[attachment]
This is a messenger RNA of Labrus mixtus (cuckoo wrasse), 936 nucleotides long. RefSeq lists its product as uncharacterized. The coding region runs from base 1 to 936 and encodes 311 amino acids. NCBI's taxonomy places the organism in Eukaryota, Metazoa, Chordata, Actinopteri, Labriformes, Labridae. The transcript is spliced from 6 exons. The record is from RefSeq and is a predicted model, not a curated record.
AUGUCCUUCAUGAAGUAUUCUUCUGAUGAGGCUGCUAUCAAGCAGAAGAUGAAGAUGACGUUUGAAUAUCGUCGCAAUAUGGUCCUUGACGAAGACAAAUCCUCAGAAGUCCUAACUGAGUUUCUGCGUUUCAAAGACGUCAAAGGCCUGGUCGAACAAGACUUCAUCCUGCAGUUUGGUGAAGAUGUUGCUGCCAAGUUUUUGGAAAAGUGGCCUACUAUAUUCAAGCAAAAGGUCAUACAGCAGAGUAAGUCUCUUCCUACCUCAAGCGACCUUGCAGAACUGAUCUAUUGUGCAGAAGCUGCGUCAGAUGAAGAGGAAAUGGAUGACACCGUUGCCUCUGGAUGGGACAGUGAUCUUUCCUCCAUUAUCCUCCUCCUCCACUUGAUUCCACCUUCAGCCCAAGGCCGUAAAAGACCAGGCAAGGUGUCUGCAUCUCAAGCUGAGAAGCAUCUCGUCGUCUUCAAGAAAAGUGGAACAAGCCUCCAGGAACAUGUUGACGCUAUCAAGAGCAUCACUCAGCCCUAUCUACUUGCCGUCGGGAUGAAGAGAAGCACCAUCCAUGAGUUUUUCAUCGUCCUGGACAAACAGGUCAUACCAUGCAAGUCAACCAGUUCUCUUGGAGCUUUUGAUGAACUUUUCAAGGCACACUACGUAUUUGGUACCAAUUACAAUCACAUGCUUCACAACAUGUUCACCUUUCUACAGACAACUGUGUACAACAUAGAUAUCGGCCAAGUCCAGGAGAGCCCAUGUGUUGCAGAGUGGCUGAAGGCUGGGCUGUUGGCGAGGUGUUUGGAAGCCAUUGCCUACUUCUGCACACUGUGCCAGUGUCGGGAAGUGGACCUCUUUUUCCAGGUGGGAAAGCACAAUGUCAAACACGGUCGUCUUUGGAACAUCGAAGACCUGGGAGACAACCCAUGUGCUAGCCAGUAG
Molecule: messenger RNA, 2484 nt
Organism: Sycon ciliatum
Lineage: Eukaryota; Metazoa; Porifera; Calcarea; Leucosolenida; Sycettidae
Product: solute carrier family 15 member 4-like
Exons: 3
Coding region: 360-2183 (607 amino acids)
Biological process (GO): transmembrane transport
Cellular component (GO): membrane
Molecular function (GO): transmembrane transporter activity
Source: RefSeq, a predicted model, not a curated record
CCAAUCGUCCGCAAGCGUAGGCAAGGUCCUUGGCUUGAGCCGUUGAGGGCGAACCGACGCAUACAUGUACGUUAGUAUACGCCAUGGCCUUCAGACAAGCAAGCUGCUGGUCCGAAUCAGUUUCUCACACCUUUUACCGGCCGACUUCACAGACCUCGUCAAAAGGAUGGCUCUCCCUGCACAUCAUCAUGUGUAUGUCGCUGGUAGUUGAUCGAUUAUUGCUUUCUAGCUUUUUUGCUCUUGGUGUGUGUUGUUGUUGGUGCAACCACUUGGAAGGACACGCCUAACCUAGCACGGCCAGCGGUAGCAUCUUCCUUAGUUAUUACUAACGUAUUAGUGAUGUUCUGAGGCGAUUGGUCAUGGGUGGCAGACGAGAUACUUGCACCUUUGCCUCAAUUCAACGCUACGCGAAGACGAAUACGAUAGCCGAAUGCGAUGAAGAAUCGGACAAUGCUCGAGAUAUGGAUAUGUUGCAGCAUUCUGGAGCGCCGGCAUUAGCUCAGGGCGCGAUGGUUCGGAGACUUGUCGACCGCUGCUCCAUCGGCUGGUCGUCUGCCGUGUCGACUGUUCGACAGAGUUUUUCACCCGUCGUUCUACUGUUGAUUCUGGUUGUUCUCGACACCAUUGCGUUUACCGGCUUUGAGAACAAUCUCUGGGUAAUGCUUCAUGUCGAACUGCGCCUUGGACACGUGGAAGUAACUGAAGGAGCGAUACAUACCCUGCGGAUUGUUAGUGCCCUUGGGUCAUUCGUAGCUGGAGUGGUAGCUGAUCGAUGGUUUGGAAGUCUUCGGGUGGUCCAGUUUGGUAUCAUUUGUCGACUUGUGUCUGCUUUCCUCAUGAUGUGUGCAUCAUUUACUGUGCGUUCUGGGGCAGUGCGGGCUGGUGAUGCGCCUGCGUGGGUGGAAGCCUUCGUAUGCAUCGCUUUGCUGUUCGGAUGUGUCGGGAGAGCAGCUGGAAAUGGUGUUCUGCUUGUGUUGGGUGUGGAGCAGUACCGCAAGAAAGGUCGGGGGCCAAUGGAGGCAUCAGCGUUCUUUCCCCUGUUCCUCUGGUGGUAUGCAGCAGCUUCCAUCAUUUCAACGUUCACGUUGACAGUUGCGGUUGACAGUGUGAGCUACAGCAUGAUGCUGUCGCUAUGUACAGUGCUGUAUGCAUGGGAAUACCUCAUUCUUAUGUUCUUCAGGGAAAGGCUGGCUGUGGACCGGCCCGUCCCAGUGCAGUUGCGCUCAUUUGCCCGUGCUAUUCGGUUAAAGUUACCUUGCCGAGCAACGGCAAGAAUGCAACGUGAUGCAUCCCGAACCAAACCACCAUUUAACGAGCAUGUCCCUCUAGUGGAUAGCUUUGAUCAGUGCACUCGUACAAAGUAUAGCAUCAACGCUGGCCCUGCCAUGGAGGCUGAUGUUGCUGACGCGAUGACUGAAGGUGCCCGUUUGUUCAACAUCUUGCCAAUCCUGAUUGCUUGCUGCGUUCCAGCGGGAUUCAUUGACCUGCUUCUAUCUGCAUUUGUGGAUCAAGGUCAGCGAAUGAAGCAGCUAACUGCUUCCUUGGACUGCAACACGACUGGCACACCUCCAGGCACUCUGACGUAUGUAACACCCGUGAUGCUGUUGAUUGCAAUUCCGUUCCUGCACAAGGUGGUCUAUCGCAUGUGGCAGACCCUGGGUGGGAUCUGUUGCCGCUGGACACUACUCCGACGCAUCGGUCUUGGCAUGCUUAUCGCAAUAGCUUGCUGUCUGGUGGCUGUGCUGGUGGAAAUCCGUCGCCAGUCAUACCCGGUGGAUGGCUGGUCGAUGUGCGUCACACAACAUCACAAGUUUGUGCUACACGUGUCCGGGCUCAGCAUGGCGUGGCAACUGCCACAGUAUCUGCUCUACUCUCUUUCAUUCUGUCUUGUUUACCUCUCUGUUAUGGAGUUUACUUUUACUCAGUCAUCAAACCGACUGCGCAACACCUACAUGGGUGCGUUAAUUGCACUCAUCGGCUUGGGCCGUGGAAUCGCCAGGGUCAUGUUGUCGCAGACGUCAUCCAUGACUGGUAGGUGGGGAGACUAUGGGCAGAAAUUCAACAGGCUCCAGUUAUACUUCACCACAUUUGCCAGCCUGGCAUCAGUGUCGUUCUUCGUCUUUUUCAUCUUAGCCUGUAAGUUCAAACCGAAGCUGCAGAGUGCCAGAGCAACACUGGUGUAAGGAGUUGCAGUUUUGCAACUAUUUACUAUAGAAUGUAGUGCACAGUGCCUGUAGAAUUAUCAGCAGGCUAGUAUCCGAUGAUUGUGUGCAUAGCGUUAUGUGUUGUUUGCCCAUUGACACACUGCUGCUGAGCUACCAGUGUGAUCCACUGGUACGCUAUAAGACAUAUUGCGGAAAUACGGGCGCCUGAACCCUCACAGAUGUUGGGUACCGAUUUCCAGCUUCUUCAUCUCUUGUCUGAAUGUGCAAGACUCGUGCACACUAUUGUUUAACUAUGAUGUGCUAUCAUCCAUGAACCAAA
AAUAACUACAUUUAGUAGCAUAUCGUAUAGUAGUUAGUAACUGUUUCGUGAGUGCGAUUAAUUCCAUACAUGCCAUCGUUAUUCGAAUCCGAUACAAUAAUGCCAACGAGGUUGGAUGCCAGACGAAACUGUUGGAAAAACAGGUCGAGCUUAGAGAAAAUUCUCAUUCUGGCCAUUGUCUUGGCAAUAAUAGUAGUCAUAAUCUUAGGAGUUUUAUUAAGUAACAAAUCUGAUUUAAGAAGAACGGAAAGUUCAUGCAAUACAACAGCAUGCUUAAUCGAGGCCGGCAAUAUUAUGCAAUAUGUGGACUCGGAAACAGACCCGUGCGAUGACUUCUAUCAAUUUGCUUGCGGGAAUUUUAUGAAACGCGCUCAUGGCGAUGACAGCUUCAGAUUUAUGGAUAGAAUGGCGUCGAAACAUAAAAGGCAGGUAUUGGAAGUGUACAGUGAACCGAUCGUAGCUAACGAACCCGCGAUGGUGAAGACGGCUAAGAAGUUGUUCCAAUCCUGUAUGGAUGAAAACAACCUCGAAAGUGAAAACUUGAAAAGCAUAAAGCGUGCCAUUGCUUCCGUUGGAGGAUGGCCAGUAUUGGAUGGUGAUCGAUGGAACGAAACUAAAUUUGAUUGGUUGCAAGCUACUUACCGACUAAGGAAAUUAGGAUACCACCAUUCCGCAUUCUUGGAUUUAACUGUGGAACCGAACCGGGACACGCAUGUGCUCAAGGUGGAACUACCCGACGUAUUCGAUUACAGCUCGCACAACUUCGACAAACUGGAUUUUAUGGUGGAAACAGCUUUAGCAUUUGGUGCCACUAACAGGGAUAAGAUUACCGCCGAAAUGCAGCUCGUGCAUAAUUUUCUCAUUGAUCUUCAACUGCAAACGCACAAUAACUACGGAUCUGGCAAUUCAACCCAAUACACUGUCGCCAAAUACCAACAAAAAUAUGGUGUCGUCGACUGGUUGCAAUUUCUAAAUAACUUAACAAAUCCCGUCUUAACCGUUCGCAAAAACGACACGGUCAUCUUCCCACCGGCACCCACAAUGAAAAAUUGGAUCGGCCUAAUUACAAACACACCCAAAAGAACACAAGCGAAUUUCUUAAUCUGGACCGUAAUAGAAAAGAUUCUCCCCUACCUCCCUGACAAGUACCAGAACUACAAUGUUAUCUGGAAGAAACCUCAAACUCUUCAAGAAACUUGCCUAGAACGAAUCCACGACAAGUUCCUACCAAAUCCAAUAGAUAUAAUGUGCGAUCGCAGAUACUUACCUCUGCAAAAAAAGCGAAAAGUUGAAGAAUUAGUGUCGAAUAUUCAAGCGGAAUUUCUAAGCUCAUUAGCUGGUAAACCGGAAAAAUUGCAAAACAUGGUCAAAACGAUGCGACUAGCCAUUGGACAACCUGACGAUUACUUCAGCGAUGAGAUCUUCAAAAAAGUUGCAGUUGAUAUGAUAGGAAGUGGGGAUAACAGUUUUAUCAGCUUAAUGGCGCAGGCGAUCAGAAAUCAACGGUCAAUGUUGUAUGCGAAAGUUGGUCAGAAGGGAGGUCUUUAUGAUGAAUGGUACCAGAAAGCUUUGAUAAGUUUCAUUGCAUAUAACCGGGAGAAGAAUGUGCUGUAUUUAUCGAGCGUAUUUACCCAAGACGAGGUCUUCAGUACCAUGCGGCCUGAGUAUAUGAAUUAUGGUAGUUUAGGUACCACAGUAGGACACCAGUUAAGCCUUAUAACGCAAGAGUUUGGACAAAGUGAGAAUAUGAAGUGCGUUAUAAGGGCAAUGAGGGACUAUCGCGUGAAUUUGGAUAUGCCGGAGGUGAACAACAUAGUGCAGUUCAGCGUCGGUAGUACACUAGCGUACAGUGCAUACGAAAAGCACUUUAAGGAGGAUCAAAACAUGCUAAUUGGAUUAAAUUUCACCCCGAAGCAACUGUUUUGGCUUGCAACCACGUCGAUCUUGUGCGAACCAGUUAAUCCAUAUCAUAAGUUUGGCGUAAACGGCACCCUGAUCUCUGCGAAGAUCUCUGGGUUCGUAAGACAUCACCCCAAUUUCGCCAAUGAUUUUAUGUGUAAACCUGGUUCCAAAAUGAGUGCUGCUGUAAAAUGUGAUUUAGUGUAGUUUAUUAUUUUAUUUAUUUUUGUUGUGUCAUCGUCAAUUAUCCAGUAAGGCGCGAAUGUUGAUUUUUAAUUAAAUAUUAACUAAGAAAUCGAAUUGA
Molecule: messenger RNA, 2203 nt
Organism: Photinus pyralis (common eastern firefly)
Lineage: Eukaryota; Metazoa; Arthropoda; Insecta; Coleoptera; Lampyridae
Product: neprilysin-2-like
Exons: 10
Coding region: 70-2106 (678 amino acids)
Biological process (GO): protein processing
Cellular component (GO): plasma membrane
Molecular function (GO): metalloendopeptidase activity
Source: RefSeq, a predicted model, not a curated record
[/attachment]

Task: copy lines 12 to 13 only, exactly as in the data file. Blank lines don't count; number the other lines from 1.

Source: RefSeq, a predicted model, not a curated record
CCAAUCGUCCGCAAGCGUAGGCAAGGUCCUUGGCUUGAGCCGUUGAGGGCGAACCGACGCAUACAUGUACGUUAGUAUACGCCAUGGCCUUCAGACAAGCAAGCUGCUGGUCCGAAUCAGUUUCUCACACCUUUUACCGGCCGACUUCACAGACCUCGUCAAAAGGAUGGCUCUCCCUGCACAUCAUCAUGUGUAUGUCGCUGGUAGUUGAUCGAUUAUUGCUUUCUAGCUUUUUUGCUCUUGGUGUGUGUUGUUGUUGGUGCAACCACUUGGAAGGACACGCCUAACCUAGCACGGCCAGCGGUAGCAUCUUCCUUAGUUAUUACUAACGUAUUAGUGAUGUUCUGAGGCGAUUGGUCAUGGGUGGCAGACGAGAUACUUGCACCUUUGCCUCAAUUCAACGCUACGCGAAGACGAAUACGAUAGCCGAAUGCGAUGAAGAAUCGGACAAUGCUCGAGAUAUGGAUAUGUUGCAGCAUUCUGGAGCGCCGGCAUUAGCUCAGGGCGCGAUGGUUCGGAGACUUGUCGACCGCUGCUCCAUCGGCUGGUCGUCUGCCGUGUCGACUGUUCGACAGAGUUUUUCACCCGUCGUUCUACUGUUGAUUCUGGUUGUUCUCGACACCAUUGCGUUUACCGGCUUUGAGAACAAUCUCUGGGUAAUGCUUCAUGUCGAACUGCGCCUUGGACACGUGGAAGUAACUGAAGGAGCGAUACAUACCCUGCGGAUUGUUAGUGCCCUUGGGUCAUUCGUAGCUGGAGUGGUAGCUGAUCGAUGGUUUGGAAGUCUUCGGGUGGUCCAGUUUGGUAUCAUUUGUCGACUUGUGUCUGCUUUCCUCAUGAUGUGUGCAUCAUUUACUGUGCGUUCUGGGGCAGUGCGGGCUGGUGAUGCGCCUGCGUGGGUGGAAGCCUUCGUAUGCAUCGCUUUGCUGUUCGGAUGUGUCGGGAGAGCAGCUGGAAAUGGUGUUCUGCUUGUGUUGGGUGUGGAGCAGUACCGCAAGAAAGGUCGGGGGCCAAUGGAGGCAUCAGCGUUCUUUCCCCUGUUCCUCUGGUGGUAUGCAGCAGCUUCCAUCAUUUCAACGUUCACGUUGACAGUUGCGGUUGACAGUGUGAGCUACAGCAUGAUGCUGUCGCUAUGUACAGUGCUGUAUGCAUGGGAAUACCUCAUUCUUAUGUUCUUCAGGGAAAGGCUGGCUGUGGACCGGCCCGUCCCAGUGCAGUUGCGCUCAUUUGCCCGUGCUAUUCGGUUAAAGUUACCUUGCCGAGCAACGGCAAGAAUGCAACGUGAUGCAUCCCGAACCAAACCACCAUUUAACGAGCAUGUCCCUCUAGUGGAUAGCUUUGAUCAGUGCACUCGUACAAAGUAUAGCAUCAACGCUGGCCCUGCCAUGGAGGCUGAUGUUGCUGACGCGAUGACUGAAGGUGCCCGUUUGUUCAACAUCUUGCCAAUCCUGAUUGCUUGCUGCGUUCCAGCGGGAUUCAUUGACCUGCUUCUAUCUGCAUUUGUGGAUCAAGGUCAGCGAAUGAAGCAGCUAACUGCUUCCUUGGACUGCAACACGACUGGCACACCUCCAGGCACUCUGACGUAUGUAACACCCGUGAUGCUGUUGAUUGCAAUUCCGUUCCUGCACAAGGUGGUCUAUCGCAUGUGGCAGACCCUGGGUGGGAUCUGUUGCCGCUGGACACUACUCCGACGCAUCGGUCUUGGCAUGCUUAUCGCAAUAGCUUGCUGUCUGGUGGCUGUGCUGGUGGAAAUCCGUCGCCAGUCAUACCCGGUGGAUGGCUGGUCGAUGUGCGUCACACAACAUCACAAGUUUGUGCUACACGUGUCCGGGCUCAGCAUGGCGUGGCAACUGCCACAGUAUCUGCUCUACUCUCUUUCAUUCUGUCUUGUUUACCUCUCUGUUAUGGAGUUUACUUUUACUCAGUCAUCAAACCGACUGCGCAACACCUACAUGGGUGCGUUAAUUGCACUCAUCGGCUUGGGCCGUGGAAUCGCCAGGGUCAUGUUGUCGCAGACGUCAUCCAUGACUGGUAGGUGGGGAGACUAUGGGCAGAAAUUCAACAGGCUCCAGUUAUACUUCACCACAUUUGCCAGCCUGGCAUCAGUGUCGUUCUUCGUCUUUUUCAUCUUAGCCUGUAAGUUCAAACCGAAGCUGCAGAGUGCCAGAGCAACACUGGUGUAAGGAGUUGCAGUUUUGCAACUAUUUACUAUAGAAUGUAGUGCACAGUGCCUGUAGAAUUAUCAGCAGGCUAGUAUCCGAUGAUUGUGUGCAUAGCGUUAUGUGUUGUUUGCCCAUUGACACACUGCUGCUGAGCUACCAGUGUGAUCCACUGGUACGCUAUAAGACAUAUUGCGGAAAUACGGGCGCCUGAACCCUCACAGAUGUUGGGUACCGAUUUCCAGCUUCUUCAUCUCUUGUCUGAAUGUGCAAGACUCGUGCACACUAUUGUUUAACUAUGAUGUGCUAUCAUCCAUGAACCAAA